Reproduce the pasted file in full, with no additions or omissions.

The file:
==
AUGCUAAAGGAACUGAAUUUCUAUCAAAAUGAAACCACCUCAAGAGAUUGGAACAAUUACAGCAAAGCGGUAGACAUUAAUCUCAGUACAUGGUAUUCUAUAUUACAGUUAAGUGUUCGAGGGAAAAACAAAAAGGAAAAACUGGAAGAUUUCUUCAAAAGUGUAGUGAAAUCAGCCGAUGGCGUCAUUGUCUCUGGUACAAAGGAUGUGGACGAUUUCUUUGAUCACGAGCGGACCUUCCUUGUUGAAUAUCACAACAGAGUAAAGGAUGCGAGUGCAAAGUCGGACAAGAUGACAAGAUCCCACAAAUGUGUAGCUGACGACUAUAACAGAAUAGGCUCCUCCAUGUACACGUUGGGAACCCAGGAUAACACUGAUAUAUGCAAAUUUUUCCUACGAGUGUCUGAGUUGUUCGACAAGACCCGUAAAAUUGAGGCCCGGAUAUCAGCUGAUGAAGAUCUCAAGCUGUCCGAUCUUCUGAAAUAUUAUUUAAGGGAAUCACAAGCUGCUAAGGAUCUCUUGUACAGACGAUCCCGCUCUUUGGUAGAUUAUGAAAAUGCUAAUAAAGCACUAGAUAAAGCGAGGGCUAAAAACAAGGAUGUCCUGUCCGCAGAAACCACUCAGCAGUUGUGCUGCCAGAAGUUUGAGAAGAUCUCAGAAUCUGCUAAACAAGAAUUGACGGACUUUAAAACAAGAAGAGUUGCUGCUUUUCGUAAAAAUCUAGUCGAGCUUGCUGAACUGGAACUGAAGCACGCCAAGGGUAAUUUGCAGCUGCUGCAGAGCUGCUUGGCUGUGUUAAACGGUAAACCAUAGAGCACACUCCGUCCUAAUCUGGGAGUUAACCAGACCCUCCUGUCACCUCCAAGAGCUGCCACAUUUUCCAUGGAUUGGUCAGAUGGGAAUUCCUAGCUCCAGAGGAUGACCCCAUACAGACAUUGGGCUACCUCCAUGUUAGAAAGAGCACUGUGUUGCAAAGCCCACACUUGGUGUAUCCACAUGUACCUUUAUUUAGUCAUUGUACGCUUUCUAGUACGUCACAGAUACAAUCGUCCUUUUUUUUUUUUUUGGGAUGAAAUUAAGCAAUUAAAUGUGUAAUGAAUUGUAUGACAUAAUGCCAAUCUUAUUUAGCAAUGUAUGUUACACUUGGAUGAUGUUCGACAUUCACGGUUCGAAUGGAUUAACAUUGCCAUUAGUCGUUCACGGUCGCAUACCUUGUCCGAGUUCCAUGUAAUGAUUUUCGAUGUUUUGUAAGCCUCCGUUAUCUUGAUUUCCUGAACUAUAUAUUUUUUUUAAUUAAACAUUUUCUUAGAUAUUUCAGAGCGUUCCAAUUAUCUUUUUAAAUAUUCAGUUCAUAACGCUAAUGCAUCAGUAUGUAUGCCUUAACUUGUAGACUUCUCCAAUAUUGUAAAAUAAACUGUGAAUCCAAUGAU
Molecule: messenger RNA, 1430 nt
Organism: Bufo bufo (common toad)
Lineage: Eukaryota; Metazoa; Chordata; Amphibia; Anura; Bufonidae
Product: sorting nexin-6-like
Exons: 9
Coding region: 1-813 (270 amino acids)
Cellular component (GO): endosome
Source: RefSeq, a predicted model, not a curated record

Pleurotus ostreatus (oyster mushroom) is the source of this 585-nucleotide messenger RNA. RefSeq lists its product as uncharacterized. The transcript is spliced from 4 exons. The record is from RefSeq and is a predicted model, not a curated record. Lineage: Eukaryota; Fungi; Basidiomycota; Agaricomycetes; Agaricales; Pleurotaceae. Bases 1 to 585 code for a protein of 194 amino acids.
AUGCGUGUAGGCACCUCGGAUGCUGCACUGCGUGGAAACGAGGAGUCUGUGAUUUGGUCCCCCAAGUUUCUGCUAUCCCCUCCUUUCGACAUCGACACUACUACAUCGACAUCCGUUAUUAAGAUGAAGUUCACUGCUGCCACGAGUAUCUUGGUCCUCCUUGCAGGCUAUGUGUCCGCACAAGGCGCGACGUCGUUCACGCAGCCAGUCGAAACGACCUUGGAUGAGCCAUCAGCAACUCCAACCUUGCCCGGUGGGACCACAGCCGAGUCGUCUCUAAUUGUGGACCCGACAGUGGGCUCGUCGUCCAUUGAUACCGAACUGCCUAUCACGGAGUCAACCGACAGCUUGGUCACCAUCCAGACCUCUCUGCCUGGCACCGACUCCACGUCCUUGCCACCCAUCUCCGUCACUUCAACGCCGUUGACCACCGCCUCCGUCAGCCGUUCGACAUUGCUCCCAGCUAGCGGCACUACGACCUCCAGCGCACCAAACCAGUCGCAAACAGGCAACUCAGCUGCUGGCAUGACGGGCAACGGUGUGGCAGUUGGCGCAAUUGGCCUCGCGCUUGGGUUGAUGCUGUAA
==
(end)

AUGCUAAAGGAACUGAAUUUCUAUCAAAAUGAAACCACCUCAAGAGAUUGGAACAAUUACAGCAAAGCGGUAGACAUUAAUCUCAGUACAUGGUAUUCUAUAUUACAGUUAAGUGUUCGAGGGAAAAACAAAAAGGAAAAACUGGAAGAUUUCUUCAAAAGUGUAGUGAAAUCAGCCGAUGGCGUCAUUGUCUCUGGUACAAAGGAUGUGGACGAUUUCUUUGAUCACGAGCGGACCUUCCUUGUUGAAUAUCACAACAGAGUAAAGGAUGCGAGUGCAAAGUCGGACAAGAUGACAAGAUCCCACAAAUGUGUAGCUGACGACUAUAACAGAAUAGGCUCCUCCAUGUACACGUUGGGAACCCAGGAUAACACUGAUAUAUGCAAAUUUUUCCUACGAGUGUCUGAGUUGUUCGACAAGACCCGUAAAAUUGAGGCCCGGAUAUCAGCUGAUGAAGAUCUCAAGCUGUCCGAUCUUCUGAAAUAUUAUUUAAGGGAAUCACAAGCUGCUAAGGAUCUCUUGUACAGACGAUCCCGCUCUUUGGUAGAUUAUGAAAAUGCUAAUAAAGCACUAGAUAAAGCGAGGGCUAAAAACAAGGAUGUCCUGUCCGCAGAAACCACUCAGCAGUUGUGCUGCCAGAAGUUUGAGAAGAUCUCAGAAUCUGCUAAACAAGAAUUGACGGACUUUAAAACAAGAAGAGUUGCUGCUUUUCGUAAAAAUCUAGUCGAGCUUGCUGAACUGGAACUGAAGCACGCCAAGGGUAAUUUGCAGCUGCUGCAGAGCUGCUUGGCUGUGUUAAACGGUAAACCAUAGAGCACACUCCGUCCUAAUCUGGGAGUUAACCAGACCCUCCUGUCACCUCCAAGAGCUGCCACAUUUUCCAUGGAUUGGUCAGAUGGGAAUUCCUAGCUCCAGAGGAUGACCCCAUACAGACAUUGGGCUACCUCCAUGUUAGAAAGAGCACUGUGUUGCAAAGCCCACACUUGGUGUAUCCACAUGUACCUUUAUUUAGUCAUUGUACGCUUUCUAGUACGUCACAGAUACAAUCGUCCUUUUUUUUUUUUUUGGGAUGAAAUUAAGCAAUUAAAUGUGUAAUGAAUUGUAUGACAUAAUGCCAAUCUUAUUUAGCAAUGUAUGUUACACUUGGAUGAUGUUCGACAUUCACGGUUCGAAUGGAUUAACAUUGCCAUUAGUCGUUCACGGUCGCAUACCUUGUCCGAGUUCCAUGUAAUGAUUUUCGAUGUUUUGUAAGCCUCCGUUAUCUUGAUUUCCUGAACUAUAUAUUUUUUUUAAUUAAACAUUUUCUUAGAUAUUUCAGAGCGUUCCAAUUAUCUUUUUAAAUAUUCAGUUCAUAACGCUAAUGCAUCAGUAUGUAUGCCUUAACUUGUAGACUUCUCCAAUAUUGUAAAAUAAACUGUGAAUCCAAUGAU
Molecule: messenger RNA, 1430 nt
Organism: Bufo bufo (common toad)
Lineage: Eukaryota; Metazoa; Chordata; Amphibia; Anura; Bufonidae
Product: sorting nexin-6-like
Exons: 9
Coding region: 1-813 (270 amino acids)
Cellular component (GO): endosome
Source: RefSeq, a predicted model, not a curated record

Pleurotus ostreatus (oyster mushroom) is the source of this 585-nucleotide messenger RNA. RefSeq lists its product as uncharacterized. The transcript is spliced from 4 exons. The record is from RefSeq and is a predicted model, not a curated record. Lineage: Eukaryota; Fungi; Basidiomycota; Agaricomycetes; Agaricales; Pleurotaceae. Bases 1 to 585 code for a protein of 194 amino acids.
AUGCGUGUAGGCACCUCGGAUGCUGCACUGCGUGGAAACGAGGAGUCUGUGAUUUGGUCCCCCAAGUUUCUGCUAUCCCCUCCUUUCGACAUCGACACUACUACAUCGACAUCCGUUAUUAAGAUGAAGUUCACUGCUGCCACGAGUAUCUUGGUCCUCCUUGCAGGCUAUGUGUCCGCACAAGGCGCGACGUCGUUCACGCAGCCAGUCGAAACGACCUUGGAUGAGCCAUCAGCAACUCCAACCUUGCCCGGUGGGACCACAGCCGAGUCGUCUCUAAUUGUGGACCCGACAGUGGGCUCGUCGUCCAUUGAUACCGAACUGCCUAUCACGGAGUCAACCGACAGCUUGGUCACCAUCCAGACCUCUCUGCCUGGCACCGACUCCACGUCCUUGCCACCCAUCUCCGUCACUUCAACGCCGUUGACCACCGCCUCCGUCAGCCGUUCGACAUUGCUCCCAGCUAGCGGCACUACGACCUCCAGCGCACCAAACCAGUCGCAAACAGGCAACUCAGCUGCUGGCAUGACGGGCAACGGUGUGGCAGUUGGCGCAAUUGGCCUCGCGCUUGGGUUGAUGCUGUAA